S.C. Department of Natural Resources officers soon won’t have to work out of their vehicles, and Horryites won’t have to drive to Florence or North Charleston to get a sticker for their boats because Conway is about to have its DNR office reopened.
The Conway office closed in 2008 when the state had some budgeting problems and DNR was forced to do some cutting.
S.C. Rep. Jeff Johnson, R-58, said he was able to get $297,501 as a recurring appropriation for a new Conway office.
State officials took bids for an office, but didn’t get any that met their requirements, so the office was rebid. Now Capt. Robert McCullough, who oversees the department’s media and outreach, says if all goes well the office will be in place and ready to do business by the summer.
“Everything’s kind of sitting on G, waiting on O…” he said.
The department plans to have its staff trained and ready to start work just as soon as an office site is finalized. McCullough said the office will have four new staffers and one supervisor, a seasoned DNR employee, who is ready to step into his new assignment.
Johnson said there are a lot of hunters, fishermen and boaters in Horry County, who have needed the office during its 12-year absence.
A big problem has been securing stickers for boats. Boat owners either had to send to Columbia and wait for a sticker that could take as much as a month, or drive to Florence or North Charleston to get one.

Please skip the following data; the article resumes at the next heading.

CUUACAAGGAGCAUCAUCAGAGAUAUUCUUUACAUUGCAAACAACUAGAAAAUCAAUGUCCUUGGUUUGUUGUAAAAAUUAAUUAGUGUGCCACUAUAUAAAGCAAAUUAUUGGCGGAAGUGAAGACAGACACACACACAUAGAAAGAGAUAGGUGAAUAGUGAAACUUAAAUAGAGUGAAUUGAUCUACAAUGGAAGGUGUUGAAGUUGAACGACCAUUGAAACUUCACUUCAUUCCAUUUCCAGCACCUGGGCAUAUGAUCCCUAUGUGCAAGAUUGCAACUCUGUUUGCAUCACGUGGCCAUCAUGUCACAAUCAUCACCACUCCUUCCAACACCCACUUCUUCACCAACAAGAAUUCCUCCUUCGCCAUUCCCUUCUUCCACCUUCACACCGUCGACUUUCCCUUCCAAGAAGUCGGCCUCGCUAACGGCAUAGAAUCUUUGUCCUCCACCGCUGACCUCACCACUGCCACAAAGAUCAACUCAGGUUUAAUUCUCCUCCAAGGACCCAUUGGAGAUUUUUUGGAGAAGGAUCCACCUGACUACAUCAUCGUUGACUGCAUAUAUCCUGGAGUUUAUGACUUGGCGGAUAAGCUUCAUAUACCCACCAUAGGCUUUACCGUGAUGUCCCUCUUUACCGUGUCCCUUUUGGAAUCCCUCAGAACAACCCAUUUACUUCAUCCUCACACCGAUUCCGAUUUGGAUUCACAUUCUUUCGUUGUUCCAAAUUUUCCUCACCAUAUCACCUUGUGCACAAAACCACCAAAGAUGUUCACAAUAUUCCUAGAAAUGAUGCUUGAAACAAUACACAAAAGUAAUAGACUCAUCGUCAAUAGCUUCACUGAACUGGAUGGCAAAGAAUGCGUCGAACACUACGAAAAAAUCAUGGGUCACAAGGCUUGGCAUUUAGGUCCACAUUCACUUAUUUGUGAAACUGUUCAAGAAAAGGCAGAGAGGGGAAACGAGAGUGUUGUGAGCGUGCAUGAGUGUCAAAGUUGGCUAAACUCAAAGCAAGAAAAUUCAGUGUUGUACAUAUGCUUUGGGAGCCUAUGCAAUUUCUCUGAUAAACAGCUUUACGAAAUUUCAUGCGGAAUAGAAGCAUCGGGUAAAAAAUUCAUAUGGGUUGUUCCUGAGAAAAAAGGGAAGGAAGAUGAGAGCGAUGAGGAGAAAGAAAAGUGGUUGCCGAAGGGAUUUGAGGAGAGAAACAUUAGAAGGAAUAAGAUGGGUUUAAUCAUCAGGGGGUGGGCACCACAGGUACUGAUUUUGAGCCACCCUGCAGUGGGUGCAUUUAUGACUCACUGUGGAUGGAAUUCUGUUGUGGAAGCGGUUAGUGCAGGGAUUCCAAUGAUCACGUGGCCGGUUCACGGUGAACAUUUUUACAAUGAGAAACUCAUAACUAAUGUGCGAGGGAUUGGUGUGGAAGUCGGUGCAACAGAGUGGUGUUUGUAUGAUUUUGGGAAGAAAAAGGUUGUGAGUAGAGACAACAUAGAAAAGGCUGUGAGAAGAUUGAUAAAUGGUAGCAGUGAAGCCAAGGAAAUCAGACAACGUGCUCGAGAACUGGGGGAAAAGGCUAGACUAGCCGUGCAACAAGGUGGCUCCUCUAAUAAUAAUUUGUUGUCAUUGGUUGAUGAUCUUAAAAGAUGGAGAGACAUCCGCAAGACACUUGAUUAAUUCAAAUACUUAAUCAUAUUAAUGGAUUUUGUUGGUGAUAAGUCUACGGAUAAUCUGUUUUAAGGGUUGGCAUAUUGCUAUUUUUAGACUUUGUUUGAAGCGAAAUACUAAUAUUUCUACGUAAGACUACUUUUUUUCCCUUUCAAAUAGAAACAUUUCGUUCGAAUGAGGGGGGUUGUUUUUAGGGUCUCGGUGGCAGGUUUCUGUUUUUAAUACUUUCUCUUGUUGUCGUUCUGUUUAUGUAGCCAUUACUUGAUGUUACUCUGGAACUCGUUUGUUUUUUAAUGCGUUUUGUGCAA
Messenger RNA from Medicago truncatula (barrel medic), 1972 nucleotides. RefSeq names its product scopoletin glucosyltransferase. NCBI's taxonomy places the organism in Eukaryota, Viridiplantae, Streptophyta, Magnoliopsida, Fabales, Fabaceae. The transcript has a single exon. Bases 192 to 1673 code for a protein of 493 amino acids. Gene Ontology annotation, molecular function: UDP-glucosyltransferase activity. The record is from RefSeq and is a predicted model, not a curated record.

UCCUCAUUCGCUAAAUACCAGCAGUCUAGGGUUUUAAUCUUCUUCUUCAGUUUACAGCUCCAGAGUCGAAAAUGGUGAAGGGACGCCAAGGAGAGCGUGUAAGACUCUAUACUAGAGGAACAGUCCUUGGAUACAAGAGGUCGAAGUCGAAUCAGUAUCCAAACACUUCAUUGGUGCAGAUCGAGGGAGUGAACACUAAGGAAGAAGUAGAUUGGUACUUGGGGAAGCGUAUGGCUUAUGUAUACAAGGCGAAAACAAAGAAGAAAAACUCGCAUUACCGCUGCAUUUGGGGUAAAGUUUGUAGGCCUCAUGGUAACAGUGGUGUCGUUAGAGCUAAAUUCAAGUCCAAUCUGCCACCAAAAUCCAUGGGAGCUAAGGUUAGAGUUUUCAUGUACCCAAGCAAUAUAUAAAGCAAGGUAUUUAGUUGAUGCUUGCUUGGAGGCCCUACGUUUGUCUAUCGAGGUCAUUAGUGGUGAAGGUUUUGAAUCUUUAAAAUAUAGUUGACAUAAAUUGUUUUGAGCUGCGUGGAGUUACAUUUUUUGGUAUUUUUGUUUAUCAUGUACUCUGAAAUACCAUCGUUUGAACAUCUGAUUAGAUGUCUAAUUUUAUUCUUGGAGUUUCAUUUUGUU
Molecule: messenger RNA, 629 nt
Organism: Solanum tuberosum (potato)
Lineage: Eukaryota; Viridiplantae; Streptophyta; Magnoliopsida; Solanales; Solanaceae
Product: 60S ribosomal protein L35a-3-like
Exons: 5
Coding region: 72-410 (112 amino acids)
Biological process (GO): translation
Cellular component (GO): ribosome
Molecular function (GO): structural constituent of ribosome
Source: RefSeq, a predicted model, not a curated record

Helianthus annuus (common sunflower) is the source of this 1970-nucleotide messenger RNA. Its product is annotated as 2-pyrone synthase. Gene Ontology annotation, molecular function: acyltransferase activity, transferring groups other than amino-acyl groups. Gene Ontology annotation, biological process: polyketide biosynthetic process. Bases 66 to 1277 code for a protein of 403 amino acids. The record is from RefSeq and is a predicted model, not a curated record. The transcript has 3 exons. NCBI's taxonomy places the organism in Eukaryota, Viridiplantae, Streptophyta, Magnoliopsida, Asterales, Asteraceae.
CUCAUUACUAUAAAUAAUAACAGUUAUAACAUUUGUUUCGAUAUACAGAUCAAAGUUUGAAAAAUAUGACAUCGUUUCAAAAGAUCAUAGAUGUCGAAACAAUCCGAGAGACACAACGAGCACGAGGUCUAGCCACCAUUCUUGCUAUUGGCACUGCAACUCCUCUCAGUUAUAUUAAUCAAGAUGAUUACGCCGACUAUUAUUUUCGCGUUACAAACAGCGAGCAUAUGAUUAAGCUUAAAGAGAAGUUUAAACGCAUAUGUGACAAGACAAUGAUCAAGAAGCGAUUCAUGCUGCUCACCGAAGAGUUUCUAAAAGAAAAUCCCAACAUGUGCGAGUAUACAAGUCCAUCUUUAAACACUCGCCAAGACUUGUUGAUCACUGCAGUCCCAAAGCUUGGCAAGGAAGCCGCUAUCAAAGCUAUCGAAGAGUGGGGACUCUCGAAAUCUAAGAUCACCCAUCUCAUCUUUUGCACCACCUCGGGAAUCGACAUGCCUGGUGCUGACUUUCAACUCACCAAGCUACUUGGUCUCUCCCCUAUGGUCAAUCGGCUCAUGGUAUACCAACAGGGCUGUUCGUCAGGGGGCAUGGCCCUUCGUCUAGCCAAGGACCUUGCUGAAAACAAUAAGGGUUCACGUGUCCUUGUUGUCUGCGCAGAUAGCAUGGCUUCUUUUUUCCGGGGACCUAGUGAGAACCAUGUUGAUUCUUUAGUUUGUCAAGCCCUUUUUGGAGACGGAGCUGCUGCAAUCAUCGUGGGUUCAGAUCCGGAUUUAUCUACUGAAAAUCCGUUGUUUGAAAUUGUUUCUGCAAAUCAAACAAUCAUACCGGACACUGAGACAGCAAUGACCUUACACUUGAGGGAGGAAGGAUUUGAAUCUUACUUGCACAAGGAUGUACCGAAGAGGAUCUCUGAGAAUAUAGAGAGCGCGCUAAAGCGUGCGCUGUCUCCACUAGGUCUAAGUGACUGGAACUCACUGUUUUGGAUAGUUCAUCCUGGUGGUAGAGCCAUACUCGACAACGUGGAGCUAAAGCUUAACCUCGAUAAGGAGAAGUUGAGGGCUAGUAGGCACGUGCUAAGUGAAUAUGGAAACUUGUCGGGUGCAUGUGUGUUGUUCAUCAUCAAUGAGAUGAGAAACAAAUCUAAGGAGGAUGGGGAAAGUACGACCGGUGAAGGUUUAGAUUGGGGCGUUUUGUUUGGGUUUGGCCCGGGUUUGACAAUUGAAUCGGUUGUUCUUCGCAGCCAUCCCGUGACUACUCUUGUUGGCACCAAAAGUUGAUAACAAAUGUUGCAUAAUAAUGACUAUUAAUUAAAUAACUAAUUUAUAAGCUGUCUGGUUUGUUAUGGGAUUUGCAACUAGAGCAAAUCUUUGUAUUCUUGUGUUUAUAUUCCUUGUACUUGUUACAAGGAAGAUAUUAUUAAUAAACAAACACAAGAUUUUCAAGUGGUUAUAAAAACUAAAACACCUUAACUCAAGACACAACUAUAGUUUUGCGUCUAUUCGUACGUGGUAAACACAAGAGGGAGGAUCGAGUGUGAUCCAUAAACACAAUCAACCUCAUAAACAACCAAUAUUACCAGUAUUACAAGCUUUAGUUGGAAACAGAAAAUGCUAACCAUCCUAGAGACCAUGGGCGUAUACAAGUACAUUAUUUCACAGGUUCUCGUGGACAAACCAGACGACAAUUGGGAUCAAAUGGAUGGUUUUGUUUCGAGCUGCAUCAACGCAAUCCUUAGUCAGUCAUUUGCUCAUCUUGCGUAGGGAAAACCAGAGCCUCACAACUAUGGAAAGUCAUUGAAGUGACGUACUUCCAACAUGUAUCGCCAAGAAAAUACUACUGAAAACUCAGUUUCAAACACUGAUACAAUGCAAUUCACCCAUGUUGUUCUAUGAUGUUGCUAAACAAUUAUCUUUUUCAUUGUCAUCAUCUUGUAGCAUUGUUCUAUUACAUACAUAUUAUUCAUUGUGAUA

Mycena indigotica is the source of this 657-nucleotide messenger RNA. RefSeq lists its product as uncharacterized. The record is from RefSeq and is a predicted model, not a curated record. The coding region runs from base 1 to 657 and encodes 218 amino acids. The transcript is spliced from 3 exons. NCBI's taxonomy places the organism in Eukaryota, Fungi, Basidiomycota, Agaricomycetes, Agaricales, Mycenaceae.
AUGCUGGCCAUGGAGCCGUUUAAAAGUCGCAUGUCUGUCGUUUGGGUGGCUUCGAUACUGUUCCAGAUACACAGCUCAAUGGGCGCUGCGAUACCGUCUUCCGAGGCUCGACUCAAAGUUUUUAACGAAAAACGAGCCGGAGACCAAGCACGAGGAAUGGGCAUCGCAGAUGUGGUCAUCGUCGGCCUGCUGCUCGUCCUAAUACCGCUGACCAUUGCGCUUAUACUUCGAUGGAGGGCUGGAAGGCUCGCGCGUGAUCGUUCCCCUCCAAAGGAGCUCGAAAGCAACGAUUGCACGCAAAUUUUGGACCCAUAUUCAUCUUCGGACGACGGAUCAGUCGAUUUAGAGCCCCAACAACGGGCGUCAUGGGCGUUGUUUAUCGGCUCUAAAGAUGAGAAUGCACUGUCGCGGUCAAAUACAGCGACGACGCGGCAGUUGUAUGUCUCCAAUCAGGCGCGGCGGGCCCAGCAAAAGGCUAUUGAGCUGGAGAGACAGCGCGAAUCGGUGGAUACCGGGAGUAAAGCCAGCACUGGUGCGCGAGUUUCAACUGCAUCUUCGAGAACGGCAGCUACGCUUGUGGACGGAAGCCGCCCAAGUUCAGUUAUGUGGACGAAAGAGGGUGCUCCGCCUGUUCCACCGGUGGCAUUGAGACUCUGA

During the hiatus between offices, wildlife agents have been working out of their cars when they come to Conway, but now they can use the office, Johnson said.
Johnson said he’s excited about the new office and thinks it’s something that Horry County with its large population needs.
“Boating is very popular along he waterway inlets and rivers,” he said.
Matt Varnadore, concessionaire for the Conway Marina, is also excited about the new office.
“I think it’s a great thing. We have, in Horry County, we have a very, very large boating community,” he said.
Varnadore also pointed to the drive or wait to get a boat registration. People either had to mail their information or Columbia and then wait as much as a month to get the needed documentation or drive to an office where the necessary stickers can be printed, he said.
He also likes the idea of changing the duration of the registrations from one to three years.
During the years that the Conway office has been gone, he says he’s heard a lot of grumbling about how long it takes to get a sticker.
“If that’s what’s coming, that’s awesome. That’s huge,” he said.
McCullough says his agency is just as excited about coming back to Conway as Conwayites are to see it coming.
“It’ll be good to get back in there,” he said. “We want to get all this done to…Hopefully it’ll all come together. I just hate these times. It’s tough,” he said of dealing with the impact of the coronavirus.
In regard to the new office, he said, “Oh, we think it’s great. We think it will be a good opportunity to serve the constituency down there.”